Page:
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To think it's not my responsibility to catch these escaped rabbits!

(54 Posts)
Zinni Fri 22-Jan-16 16:49:46

There are 4 apartments in our complex, we share a large communal garden. One family (with our agreement) bought 2 rabbits and I thought it will be nice for my DS to play with them so I helped out with feeding, watching over them in run etc.

Anyway, 6weeks ago someone didn't fasten the latch properly and they both escaped sad

They've evaded all attempts to catch them and have now strayed beyond our garden to surrounding gardens (easy to spot as one is silvery grey other's black!)

Two neighbours from different houses have approached me and said I need to catch them as they're digging up lawns, eating plants etc. I explained I can't get near and they're not my rabbits anyway!!

AIBU and if so how on earth do you catch pet rabbits who have been living wild for 6weeks?

UndramaticPause Fri 22-Jan-16 16:51:18

Good luck. Rabbits that aren't docile and handled regularly are a bugger to catch, direct all queries towards your neighbours.

TooMuchOfEverything Fri 22-Jan-16 16:52:30

It probably depends who 'someone' was. If it was you or your child then I think you should try to catch them.

ItsAllGoingToBeFine Fri 22-Jan-16 16:52:33

It there any chance it was you who left the latch open?

You have made yourself partly responsible for the rabbits, so partly responsible for catching them. Impressed they have survived so long!

Imnotaslimjim Fri 22-Jan-16 16:53:16

So someone in your family bought your DS 2 rabbits? How old is DS? If he isn't old enough to take care of them, how are they not your responsibility? Sorry, I need more info

DrunkenUnicorn Fri 22-Jan-16 16:53:37


If there's any chance it was you/your child then yes you need to help

Imnotaslimjim Fri 22-Jan-16 16:54:28

Sorry, just read it again and realised the rabbits aren't actually yours.

Why are they saying its your responsibility to catch them, was it you or DS that let them out?

ElasticPants Fri 22-Jan-16 16:54:29

It's amazing a fox hasn't got them yet. Have you got a fishing landing net?

Zinni Fri 22-Jan-16 17:27:22

It wasn't me who left latch open, I wasn't feeding them that day. DS is only 4 months so not him either!

attheendoftheday Fri 22-Jan-16 21:46:00

It isn't your responsibility.

However if you are inclined to help rescue the poor bunnies (who will likely be eaten if left) then the best way would be to leave the hutch open and accessible, put food in regularly to encourage the bunnies to go in and out. Then try to find a time when they're in the garden and walk around the perimeter, the bunnies will hopefully flee back into the hutch if they're familiar with it.

ohtheholidays Fri 22-Jan-16 22:06:26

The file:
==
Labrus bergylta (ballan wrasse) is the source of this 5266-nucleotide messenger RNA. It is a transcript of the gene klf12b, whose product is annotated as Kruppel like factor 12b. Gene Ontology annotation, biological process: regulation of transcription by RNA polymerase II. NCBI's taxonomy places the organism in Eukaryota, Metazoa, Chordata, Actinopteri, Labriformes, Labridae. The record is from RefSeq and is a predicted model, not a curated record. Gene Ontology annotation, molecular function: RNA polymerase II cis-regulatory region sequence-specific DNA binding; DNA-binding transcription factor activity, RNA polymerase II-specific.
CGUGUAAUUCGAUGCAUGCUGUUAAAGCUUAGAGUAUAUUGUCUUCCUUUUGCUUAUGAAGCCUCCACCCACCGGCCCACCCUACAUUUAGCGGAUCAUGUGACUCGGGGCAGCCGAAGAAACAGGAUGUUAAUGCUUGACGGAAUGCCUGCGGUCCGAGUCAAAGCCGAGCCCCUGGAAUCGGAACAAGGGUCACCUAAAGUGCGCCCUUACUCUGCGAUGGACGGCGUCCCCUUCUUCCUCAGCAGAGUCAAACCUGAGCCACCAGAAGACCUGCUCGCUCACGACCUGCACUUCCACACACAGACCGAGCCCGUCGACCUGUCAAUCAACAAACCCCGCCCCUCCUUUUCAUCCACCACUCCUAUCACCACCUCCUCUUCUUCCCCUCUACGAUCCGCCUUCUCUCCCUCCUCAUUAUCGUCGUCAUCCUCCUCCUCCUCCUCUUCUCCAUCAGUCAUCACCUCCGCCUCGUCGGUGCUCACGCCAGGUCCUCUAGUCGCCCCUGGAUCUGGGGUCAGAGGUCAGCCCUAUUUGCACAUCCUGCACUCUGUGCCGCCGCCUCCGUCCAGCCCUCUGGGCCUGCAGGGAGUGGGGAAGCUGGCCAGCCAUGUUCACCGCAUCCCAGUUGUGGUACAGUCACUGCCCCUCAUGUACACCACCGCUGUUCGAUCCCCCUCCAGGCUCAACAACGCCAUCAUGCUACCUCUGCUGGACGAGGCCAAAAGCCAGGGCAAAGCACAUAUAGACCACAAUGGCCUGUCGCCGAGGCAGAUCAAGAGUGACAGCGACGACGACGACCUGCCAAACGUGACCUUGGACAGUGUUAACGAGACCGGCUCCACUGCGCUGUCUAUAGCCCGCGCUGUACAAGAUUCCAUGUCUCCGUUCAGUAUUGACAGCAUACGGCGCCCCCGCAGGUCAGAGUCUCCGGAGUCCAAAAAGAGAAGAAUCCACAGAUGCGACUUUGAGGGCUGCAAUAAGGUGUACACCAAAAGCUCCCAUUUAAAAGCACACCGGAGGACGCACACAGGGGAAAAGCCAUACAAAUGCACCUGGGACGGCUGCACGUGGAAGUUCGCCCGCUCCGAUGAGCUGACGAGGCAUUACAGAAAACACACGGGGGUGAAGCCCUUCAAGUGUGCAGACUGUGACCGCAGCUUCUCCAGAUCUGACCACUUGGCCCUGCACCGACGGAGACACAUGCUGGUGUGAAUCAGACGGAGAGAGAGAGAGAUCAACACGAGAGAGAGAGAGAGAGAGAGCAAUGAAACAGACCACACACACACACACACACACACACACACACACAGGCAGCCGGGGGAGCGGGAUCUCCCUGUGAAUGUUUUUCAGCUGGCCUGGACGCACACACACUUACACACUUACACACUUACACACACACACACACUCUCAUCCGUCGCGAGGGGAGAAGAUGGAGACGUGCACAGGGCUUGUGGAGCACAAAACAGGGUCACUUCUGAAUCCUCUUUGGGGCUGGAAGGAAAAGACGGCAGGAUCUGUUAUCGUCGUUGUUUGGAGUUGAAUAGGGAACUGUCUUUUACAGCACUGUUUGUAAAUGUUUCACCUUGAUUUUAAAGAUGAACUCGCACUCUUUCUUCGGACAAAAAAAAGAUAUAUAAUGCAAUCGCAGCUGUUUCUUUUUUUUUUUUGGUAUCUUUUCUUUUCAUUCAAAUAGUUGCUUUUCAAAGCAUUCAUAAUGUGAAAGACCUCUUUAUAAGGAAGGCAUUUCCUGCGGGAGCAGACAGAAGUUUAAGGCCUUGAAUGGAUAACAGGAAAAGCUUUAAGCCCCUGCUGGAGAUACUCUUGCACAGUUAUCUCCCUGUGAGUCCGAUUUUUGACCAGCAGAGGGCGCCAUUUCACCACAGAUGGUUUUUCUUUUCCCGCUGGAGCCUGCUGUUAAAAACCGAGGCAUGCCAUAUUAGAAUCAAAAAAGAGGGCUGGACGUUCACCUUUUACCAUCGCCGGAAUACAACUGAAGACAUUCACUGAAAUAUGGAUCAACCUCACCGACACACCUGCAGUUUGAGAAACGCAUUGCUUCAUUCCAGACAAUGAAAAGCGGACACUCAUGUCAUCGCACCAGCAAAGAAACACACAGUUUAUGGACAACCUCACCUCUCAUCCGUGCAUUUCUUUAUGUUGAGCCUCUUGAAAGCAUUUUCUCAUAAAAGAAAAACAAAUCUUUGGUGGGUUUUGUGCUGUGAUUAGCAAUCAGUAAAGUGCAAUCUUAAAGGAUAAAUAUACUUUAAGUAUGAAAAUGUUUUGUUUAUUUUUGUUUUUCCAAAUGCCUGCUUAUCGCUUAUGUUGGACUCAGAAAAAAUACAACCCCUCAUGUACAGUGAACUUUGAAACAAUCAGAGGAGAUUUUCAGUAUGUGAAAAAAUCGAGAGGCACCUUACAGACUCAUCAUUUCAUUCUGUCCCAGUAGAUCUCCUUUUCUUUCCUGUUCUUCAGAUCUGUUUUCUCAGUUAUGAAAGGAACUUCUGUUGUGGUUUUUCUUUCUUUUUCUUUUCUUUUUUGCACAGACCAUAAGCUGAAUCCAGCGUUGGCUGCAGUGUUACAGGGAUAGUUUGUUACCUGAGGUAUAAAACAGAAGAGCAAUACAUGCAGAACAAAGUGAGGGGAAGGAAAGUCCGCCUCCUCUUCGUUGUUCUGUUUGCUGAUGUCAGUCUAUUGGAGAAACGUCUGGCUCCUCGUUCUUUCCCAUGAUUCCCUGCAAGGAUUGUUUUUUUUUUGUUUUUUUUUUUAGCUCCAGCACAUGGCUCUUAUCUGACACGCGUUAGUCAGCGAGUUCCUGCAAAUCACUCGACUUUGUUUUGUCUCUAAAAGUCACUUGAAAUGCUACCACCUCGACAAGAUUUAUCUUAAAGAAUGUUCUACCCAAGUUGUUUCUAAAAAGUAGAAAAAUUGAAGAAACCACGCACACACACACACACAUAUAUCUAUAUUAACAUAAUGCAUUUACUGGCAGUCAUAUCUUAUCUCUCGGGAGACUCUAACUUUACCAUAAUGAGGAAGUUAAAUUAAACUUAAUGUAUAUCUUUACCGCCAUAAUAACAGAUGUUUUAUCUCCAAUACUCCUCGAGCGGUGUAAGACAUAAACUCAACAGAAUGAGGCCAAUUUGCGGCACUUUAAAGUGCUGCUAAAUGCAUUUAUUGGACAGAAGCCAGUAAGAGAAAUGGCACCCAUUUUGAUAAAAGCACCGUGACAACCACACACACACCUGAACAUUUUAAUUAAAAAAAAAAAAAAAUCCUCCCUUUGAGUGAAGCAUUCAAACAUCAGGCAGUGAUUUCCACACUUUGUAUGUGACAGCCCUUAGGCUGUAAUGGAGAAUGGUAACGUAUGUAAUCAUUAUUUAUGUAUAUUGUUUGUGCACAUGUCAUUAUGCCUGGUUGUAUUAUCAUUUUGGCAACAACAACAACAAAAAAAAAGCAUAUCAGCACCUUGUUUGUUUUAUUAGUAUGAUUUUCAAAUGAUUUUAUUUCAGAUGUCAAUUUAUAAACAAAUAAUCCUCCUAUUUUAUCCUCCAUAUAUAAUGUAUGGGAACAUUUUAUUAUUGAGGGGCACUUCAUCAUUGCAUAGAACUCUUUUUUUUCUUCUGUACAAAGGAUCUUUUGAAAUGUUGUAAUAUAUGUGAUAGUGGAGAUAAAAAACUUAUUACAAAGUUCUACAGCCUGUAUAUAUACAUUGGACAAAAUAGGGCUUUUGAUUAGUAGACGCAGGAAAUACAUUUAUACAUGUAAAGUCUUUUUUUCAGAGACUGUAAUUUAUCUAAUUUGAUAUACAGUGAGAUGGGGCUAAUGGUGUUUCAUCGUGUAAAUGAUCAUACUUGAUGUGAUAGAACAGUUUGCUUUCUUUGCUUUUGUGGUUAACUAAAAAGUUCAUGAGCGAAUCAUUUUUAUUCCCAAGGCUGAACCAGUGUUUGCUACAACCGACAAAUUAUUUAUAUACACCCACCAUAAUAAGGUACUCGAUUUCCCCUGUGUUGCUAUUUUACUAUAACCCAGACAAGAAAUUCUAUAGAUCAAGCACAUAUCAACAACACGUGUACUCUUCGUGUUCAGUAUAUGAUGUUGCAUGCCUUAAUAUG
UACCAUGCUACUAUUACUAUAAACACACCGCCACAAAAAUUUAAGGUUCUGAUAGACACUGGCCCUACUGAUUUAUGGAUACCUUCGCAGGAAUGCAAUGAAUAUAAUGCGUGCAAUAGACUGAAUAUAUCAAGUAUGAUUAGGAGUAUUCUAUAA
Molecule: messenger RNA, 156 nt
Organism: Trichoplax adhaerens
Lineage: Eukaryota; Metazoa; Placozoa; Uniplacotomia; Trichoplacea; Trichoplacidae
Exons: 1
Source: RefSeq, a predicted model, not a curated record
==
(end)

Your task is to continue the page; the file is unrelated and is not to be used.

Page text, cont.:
We've had the same happen before,leave out food and some fresh hay,they also love dandelions and marigolds.Places like pets at home sell packets of dried dandelions and dried marigolds the smell alone could draw them close to the hutches.

If you can't get them into they're hutches but you can get them close to the hutches or you can get close enough to the Rabbits,throwing a towel over them really works.It calms them right down as they can't see and they won't try running of once it's over them.Then once you've picked them up you can lift the towel back from they're face unless they're really fidgeting once they're picked up if they are leave the towel covering the eyes and remove the towel once you've got them safely back into they're hutches.

VaginaRecliner Sat 23-Jan-16 02:03:10

Why would it be your responsibility? Just say, "They're not my rabbits, they belong to X."

Is there more to this story?

novemberchild Sat 23-Jan-16 04:02:38

OP, if you can say where you live, I may be able to suggest help. I'm pretty rabbity smile

They really need to be put back safely, though, or found another home, or they will soon be killed.

1frenchfoodie Sat 23-Jan-16 04:49:55

Not your rabbits, not your responsibility, guessing neighbours simply thought they were your rabbits. In my neighbourhood cats would have had these in no time so impressed they are still alive.

Now you have lots of useful rabbit catching techniques to pass on to the owners though smile

Roystonv Sat 23-Jan-16 05:30:18

Not your responsibility but a nice gesture surely?

Sighing Sat 23-Jan-16 06:06:47

Parsnips to lure them. Light rabbit run to capture them. They should head back to the safety of the hutch if you put food in there though? They're quite keen to return home usually (though cats, rats and dogs pestering may put them off).

jevoudrais Sat 23-Jan-16 06:44:56

A fishing net on a pole. That's how if you're desperate and their safety is at risk.

Stanky Sat 23-Jan-16 09:01:56

Hope the rabbits are safely back home soon.

BackInTheRealWorld Sat 23-Jan-16 09:08:44

I dont see why it should matter who is responsible for the rabbits, why wouldn't you even try to help? Especially as your child gets enjoyment out of them?

JohnLuther Sat 23-Jan-16 09:13:27

I'd catch them but then again I'm a pretty helpful guy.

Maudofallhopefulness Sat 23-Jan-16 09:24:16

What are the owners doing? Are they ignoring them?

gamerchick Sat 23-Jan-16 09:33:48

Man escaped rabbits are hardcore. Those buggers can shift! Good luck.

coffeetasteslikeshit Sat 23-Jan-16 09:46:39

I don't understand why you don't want to help catch them? No, they are not your responsibility, but they are in danger and the combined efforts of a few people should be able to catch them. You've been helping to look after them, surely you want to help keep them safe?

KaosReigns Sat 23-Jan-16 11:30:43

Towel method for sure. Damn near the only way to catch a rabbit. Someone really should have told Elmer Fudd.

maddening Sat 23-Jan-16 13:16:34

Big pile of carrots right in front of person Who can sit quietly and patiently armed with a towel

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